Abigail Roy: Vermont can’t wait to embrace the science of reading
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This commentary is from Abigail Roy of Essex, a school psychologist and assessor at the Stern Center for Language and Learning in Williston. She is a board member of the International Dyslexia Association’s Northern New England Alliance.
Students who are not proficient third-grade readers face lifelong consequences. Three-quarters of students who are poor readers in third grade will remain poor readers in high school, making them four times more likely to drop out without completing high school.
According to data from the Vermont 2019 Smarter Balanced Assessment Consortium, only 50% of third-graders in Vermont achieved a proficiency score or higher in English. Unfortunately, student performance has declined further, to 42.5% in 2021, with the impact of the global pandemic.
Fortunately, there are decades of in-depth studies on how the brain learns to read and write, supplemented by applied research on effective reading instruction. This body of evidence is often called the science of reading.
Policy makers and educators nationwide are increasingly recognizing the importance of evidence-based literacy education to improve student outcomes. Hardly a week goes by without a national news story reporting on the changes in literacy education taking place across the country. In part, thanks to Emily Hanford’s investigative journalism and the publication of her latest podcast, Sold A Story, a movement toward literacy education reform is sweeping the country.
According to Education Week, as of May 9, 31 states had passed laws or implemented new policies related to reading science-based education. Vermont is not one of those states.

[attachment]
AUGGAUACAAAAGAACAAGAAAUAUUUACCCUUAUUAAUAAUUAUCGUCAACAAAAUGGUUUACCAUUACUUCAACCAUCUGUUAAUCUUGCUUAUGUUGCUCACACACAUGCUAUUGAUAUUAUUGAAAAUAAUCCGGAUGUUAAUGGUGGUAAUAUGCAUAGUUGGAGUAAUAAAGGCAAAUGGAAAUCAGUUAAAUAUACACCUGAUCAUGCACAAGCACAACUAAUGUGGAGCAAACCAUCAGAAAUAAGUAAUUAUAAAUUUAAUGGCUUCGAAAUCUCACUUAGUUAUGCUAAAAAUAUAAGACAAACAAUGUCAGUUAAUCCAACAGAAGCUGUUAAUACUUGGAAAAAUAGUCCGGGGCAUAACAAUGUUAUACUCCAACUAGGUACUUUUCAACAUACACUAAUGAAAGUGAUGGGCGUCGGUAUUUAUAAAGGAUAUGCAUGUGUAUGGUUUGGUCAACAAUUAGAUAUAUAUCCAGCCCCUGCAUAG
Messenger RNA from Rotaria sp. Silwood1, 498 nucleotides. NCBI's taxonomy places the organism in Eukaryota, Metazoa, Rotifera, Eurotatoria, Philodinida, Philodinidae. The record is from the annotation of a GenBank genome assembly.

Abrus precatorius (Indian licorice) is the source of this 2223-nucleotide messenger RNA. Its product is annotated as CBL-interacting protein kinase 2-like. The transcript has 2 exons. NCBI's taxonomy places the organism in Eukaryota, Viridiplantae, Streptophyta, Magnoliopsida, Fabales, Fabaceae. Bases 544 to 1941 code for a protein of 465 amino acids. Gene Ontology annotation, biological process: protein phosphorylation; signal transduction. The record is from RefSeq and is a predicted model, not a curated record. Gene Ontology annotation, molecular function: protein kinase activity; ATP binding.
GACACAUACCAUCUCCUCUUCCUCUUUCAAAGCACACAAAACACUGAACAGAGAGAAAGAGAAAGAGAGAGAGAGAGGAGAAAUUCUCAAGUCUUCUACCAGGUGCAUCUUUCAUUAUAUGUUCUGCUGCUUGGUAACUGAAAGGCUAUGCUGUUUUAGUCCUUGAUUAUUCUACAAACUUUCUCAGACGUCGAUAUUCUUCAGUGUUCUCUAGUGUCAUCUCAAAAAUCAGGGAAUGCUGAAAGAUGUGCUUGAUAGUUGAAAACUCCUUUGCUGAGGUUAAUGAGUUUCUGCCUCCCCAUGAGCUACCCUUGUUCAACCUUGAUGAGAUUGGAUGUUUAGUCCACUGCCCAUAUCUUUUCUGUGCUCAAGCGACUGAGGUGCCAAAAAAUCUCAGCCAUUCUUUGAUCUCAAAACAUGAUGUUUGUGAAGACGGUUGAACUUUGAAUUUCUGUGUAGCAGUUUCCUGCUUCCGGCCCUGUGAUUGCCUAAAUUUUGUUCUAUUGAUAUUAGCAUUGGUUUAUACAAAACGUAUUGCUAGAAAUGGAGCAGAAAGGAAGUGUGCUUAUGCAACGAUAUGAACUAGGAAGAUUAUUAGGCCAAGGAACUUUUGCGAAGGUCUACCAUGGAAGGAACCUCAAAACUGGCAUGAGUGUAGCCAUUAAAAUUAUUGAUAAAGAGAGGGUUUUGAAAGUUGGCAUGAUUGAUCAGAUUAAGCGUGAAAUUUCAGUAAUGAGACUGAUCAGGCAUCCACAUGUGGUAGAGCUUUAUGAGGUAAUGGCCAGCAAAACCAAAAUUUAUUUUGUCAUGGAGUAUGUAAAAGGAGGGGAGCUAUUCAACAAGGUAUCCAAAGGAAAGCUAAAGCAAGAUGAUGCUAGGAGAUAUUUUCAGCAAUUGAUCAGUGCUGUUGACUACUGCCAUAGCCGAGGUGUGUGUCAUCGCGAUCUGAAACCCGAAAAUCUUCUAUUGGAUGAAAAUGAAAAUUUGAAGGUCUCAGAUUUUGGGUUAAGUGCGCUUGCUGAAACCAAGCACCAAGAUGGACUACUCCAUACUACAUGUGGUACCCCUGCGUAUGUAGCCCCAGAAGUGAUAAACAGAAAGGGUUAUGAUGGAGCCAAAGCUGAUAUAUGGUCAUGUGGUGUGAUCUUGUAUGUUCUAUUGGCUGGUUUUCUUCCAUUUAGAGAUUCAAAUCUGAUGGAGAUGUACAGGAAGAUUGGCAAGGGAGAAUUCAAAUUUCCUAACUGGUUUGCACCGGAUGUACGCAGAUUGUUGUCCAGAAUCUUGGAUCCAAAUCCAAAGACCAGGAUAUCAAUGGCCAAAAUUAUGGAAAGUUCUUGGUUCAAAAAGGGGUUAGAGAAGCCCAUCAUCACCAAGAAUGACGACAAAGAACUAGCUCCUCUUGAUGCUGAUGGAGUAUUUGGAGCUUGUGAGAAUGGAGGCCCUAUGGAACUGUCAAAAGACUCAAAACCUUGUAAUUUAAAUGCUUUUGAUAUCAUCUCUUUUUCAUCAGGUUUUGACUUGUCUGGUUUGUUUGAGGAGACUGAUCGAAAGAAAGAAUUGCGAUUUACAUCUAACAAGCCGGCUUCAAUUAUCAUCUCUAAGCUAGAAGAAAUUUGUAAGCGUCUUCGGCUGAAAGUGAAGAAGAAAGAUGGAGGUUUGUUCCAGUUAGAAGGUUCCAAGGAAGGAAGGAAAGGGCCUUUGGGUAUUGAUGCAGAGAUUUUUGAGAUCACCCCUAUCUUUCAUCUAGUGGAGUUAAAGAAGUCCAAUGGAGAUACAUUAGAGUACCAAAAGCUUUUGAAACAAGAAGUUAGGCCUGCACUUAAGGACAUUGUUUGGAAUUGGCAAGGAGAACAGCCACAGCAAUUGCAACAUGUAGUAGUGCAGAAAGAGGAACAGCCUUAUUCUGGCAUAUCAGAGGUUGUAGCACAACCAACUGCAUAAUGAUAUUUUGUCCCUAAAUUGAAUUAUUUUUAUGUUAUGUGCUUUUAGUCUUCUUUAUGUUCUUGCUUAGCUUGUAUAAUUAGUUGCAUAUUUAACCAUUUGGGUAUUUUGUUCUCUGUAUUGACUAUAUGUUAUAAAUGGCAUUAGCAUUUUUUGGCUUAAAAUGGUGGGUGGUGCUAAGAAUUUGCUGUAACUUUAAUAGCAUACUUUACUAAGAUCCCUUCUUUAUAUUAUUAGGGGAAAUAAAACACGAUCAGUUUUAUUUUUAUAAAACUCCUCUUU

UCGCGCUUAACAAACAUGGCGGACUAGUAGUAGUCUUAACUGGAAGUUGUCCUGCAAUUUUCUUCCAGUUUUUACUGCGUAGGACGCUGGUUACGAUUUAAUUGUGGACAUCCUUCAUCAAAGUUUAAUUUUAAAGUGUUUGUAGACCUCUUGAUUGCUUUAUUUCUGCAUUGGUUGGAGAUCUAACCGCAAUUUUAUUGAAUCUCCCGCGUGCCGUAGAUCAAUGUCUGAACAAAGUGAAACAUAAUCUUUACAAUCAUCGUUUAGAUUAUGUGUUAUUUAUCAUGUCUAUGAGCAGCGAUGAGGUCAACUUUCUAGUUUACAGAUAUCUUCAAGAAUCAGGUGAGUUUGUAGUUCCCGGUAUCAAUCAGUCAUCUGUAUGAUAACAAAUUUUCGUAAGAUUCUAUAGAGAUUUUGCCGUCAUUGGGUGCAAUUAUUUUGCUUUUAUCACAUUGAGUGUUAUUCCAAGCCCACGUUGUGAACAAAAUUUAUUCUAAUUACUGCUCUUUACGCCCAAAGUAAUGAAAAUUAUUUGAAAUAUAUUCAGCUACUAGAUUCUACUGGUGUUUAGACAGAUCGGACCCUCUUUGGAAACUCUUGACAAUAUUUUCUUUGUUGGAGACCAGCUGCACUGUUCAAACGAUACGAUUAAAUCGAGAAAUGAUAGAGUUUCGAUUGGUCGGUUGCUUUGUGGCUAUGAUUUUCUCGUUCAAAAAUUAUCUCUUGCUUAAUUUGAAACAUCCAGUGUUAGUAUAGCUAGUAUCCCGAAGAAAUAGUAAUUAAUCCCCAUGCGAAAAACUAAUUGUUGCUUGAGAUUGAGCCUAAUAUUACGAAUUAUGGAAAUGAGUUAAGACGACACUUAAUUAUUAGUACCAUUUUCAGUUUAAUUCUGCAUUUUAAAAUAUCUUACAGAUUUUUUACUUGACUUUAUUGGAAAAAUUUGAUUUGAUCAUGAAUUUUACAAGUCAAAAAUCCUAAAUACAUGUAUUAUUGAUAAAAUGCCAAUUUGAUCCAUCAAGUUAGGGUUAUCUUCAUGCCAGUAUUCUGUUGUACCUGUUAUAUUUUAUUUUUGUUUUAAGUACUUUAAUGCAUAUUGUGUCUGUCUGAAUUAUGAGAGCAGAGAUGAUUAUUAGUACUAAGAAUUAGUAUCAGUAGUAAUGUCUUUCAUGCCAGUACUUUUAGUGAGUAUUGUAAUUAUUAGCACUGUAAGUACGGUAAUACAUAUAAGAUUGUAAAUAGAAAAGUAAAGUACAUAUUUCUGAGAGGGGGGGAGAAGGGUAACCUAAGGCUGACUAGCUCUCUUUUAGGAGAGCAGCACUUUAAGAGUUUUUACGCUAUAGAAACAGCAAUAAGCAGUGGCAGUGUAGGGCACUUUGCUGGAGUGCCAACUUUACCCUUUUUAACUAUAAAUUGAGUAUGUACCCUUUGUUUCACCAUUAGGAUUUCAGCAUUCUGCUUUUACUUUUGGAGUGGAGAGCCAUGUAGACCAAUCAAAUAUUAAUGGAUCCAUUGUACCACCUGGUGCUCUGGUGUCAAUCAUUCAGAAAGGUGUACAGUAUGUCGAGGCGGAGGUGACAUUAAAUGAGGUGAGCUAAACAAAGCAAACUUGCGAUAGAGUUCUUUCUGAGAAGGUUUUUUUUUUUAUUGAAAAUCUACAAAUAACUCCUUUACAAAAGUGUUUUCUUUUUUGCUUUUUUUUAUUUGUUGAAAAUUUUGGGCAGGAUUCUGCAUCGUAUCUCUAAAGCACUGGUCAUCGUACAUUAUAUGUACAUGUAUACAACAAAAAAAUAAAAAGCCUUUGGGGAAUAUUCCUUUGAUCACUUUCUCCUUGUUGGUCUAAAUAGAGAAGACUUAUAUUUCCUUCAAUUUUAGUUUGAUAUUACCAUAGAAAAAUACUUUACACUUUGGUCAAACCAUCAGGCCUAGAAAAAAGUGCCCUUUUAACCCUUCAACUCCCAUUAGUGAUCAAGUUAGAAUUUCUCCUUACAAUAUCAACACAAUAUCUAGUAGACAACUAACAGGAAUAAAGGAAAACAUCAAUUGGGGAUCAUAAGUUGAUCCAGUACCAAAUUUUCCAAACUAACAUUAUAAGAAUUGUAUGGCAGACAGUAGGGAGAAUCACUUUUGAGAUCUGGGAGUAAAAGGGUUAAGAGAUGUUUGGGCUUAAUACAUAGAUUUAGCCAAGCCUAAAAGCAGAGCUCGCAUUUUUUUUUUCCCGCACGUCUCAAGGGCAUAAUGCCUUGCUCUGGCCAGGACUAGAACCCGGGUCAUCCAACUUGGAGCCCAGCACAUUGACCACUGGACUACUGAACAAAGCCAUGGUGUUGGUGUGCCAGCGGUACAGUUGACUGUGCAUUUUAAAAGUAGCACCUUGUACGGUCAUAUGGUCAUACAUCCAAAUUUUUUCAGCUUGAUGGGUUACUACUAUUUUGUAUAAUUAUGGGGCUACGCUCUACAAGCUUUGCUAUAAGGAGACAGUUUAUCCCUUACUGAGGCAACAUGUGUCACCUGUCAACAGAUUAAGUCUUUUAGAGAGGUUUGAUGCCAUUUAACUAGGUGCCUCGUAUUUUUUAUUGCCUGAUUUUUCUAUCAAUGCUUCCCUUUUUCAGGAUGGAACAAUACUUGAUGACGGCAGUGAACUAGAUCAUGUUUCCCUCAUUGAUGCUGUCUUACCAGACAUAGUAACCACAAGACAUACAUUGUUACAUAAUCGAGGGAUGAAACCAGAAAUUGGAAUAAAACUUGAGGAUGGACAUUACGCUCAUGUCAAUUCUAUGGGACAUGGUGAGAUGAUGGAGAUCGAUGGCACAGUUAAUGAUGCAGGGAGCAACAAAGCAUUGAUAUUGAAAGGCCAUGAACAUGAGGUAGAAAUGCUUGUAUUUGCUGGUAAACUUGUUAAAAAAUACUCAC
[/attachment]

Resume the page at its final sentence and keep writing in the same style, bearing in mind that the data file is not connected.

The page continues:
Poor reading scores are not the fault of our teachers; they do the best they can with the knowledge and resources they have. They are products of teacher preparation programs across the country that continue to train teachers in literacy methods that are not backed by science.
As a result, we continue to send teachers into classrooms that are woefully underprepared to teach literacy effectively, resulting in more than half of our third-grade students failing to meet proficiency standards.
Additionally, the cost and time associated with reading remediation after third grade is significantly higher than the investment in early intervention. Vermont currently ranks second in the nation in spending per student at $23,299, and the incremental cost per student to provide intensive reading remedial instruction to struggling readers in middle school is estimated to be over $10,000. $.
Vermonters should expect, and our children deserve, better outcomes, and that starts with training our teachers to teach literacy effectively.
The social and economic impact of low reading skills is significant not only for individuals, but for society as a whole. A 2020 Gallup study reported that 54% of American adults are not proficient readers, costing our economy $2.2 trillion a year in lost productivity.
Training our classroom teachers in the science of reading is an investment in both our community and our world. Vermonters can no longer afford to ignore science.